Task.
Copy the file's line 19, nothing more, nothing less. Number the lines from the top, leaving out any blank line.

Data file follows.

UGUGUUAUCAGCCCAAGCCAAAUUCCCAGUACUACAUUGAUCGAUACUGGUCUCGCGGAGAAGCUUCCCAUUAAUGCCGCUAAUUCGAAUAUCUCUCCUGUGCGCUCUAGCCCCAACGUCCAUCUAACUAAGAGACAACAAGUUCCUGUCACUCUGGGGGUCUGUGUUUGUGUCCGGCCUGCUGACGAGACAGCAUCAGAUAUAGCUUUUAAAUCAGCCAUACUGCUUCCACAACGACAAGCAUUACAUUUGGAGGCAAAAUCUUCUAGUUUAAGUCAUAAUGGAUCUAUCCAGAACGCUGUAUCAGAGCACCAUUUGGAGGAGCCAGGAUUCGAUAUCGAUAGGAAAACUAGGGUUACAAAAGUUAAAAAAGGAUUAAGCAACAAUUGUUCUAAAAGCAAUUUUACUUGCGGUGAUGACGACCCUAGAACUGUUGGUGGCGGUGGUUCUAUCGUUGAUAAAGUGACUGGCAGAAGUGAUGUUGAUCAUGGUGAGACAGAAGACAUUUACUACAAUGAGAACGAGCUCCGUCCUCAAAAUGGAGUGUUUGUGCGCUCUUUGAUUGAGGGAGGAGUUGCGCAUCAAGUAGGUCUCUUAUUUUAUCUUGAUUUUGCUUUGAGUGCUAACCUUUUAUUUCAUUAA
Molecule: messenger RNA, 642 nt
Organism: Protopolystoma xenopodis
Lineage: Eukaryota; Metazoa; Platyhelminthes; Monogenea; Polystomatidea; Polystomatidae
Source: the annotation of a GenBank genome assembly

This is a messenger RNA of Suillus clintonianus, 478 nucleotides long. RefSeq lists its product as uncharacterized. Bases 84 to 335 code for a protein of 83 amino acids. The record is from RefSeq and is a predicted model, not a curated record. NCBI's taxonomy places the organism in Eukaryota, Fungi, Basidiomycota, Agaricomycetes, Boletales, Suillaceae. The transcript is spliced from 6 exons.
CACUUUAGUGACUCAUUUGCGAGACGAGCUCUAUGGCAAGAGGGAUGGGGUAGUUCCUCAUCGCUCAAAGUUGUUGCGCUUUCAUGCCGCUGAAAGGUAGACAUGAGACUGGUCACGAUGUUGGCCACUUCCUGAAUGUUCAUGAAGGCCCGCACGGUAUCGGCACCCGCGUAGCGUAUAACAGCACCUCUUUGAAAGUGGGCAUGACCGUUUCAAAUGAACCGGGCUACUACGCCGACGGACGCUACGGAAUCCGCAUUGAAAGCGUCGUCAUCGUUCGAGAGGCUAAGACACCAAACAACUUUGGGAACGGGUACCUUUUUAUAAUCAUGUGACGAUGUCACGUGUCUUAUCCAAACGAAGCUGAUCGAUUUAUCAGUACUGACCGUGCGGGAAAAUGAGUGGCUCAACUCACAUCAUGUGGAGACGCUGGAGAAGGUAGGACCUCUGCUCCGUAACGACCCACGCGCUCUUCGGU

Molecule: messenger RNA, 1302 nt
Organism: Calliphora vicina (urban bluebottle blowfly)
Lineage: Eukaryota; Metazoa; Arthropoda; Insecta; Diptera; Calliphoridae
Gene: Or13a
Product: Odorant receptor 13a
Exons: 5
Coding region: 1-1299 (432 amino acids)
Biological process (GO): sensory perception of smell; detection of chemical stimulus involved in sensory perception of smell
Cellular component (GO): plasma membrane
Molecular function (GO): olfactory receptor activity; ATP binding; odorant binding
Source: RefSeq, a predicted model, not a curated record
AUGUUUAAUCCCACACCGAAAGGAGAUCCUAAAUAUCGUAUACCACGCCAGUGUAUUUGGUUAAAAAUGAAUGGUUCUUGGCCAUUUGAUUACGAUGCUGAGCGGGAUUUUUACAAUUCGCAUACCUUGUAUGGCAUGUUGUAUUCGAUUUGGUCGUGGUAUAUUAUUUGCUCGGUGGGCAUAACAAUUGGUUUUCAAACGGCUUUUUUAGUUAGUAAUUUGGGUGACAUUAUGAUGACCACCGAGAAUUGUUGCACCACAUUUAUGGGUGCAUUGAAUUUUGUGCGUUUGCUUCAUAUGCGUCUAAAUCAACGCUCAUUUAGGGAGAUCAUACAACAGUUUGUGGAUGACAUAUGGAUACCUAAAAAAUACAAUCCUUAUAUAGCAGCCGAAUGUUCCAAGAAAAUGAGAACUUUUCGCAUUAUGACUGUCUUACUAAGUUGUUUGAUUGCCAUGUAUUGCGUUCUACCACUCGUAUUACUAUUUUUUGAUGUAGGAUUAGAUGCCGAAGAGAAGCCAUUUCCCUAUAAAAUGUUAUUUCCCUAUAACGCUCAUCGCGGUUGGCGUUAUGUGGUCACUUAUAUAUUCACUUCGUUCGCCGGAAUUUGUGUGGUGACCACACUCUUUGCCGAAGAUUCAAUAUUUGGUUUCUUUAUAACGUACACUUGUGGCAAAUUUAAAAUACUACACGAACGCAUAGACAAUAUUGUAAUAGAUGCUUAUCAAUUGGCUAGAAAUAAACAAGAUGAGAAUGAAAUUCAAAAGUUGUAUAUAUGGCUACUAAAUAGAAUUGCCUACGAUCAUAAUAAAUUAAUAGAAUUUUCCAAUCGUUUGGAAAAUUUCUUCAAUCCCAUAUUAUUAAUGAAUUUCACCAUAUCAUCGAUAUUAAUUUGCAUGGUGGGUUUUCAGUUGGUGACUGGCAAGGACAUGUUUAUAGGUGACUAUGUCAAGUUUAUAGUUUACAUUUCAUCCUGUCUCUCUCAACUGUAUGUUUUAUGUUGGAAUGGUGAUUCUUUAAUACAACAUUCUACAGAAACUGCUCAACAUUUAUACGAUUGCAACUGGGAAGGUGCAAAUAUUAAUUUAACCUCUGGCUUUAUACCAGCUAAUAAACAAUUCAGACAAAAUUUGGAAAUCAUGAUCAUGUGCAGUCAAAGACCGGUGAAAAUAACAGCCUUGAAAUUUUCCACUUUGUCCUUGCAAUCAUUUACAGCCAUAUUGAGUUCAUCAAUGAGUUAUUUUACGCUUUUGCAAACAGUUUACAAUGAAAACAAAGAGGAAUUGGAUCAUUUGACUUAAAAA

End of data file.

AUGUUUAAUCCCACACCGAAAGGAGAUCCUAAAUAUCGUAUACCACGCCAGUGUAUUUGGUUAAAAAUGAAUGGUUCUUGGCCAUUUGAUUACGAUGCUGAGCGGGAUUUUUACAAUUCGCAUACCUUGUAUGGCAUGUUGUAUUCGAUUUGGUCGUGGUAUAUUAUUUGCUCGGUGGGCAUAACAAUUGGUUUUCAAACGGCUUUUUUAGUUAGUAAUUUGGGUGACAUUAUGAUGACCACCGAGAAUUGUUGCACCACAUUUAUGGGUGCAUUGAAUUUUGUGCGUUUGCUUCAUAUGCGUCUAAAUCAACGCUCAUUUAGGGAGAUCAUACAACAGUUUGUGGAUGACAUAUGGAUACCUAAAAAAUACAAUCCUUAUAUAGCAGCCGAAUGUUCCAAGAAAAUGAGAACUUUUCGCAUUAUGACUGUCUUACUAAGUUGUUUGAUUGCCAUGUAUUGCGUUCUACCACUCGUAUUACUAUUUUUUGAUGUAGGAUUAGAUGCCGAAGAGAAGCCAUUUCCCUAUAAAAUGUUAUUUCCCUAUAACGCUCAUCGCGGUUGGCGUUAUGUGGUCACUUAUAUAUUCACUUCGUUCGCCGGAAUUUGUGUGGUGACCACACUCUUUGCCGAAGAUUCAAUAUUUGGUUUCUUUAUAACGUACACUUGUGGCAAAUUUAAAAUACUACACGAACGCAUAGACAAUAUUGUAAUAGAUGCUUAUCAAUUGGCUAGAAAUAAACAAGAUGAGAAUGAAAUUCAAAAGUUGUAUAUAUGGCUACUAAAUAGAAUUGCCUACGAUCAUAAUAAAUUAAUAGAAUUUUCCAAUCGUUUGGAAAAUUUCUUCAAUCCCAUAUUAUUAAUGAAUUUCACCAUAUCAUCGAUAUUAAUUUGCAUGGUGGGUUUUCAGUUGGUGACUGGCAAGGACAUGUUUAUAGGUGACUAUGUCAAGUUUAUAGUUUACAUUUCAUCCUGUCUCUCUCAACUGUAUGUUUUAUGUUGGAAUGGUGAUUCUUUAAUACAACAUUCUACAGAAACUGCUCAACAUUUAUACGAUUGCAACUGGGAAGGUGCAAAUAUUAAUUUAACCUCUGGCUUUAUACCAGCUAAUAAACAAUUCAGACAAAAUUUGGAAAUCAUGAUCAUGUGCAGUCAAAGACCGGUGAAAAUAACAGCCUUGAAAUUUUCCACUUUGUCCUUGCAAUCAUUUACAGCCAUAUUGAGUUCAUCAAUGAGUUAUUUUACGCUUUUGCAAACAGUUUACAAUGAAAACAAAGAGGAAUUGGAUCAUUUGACUUAAAAA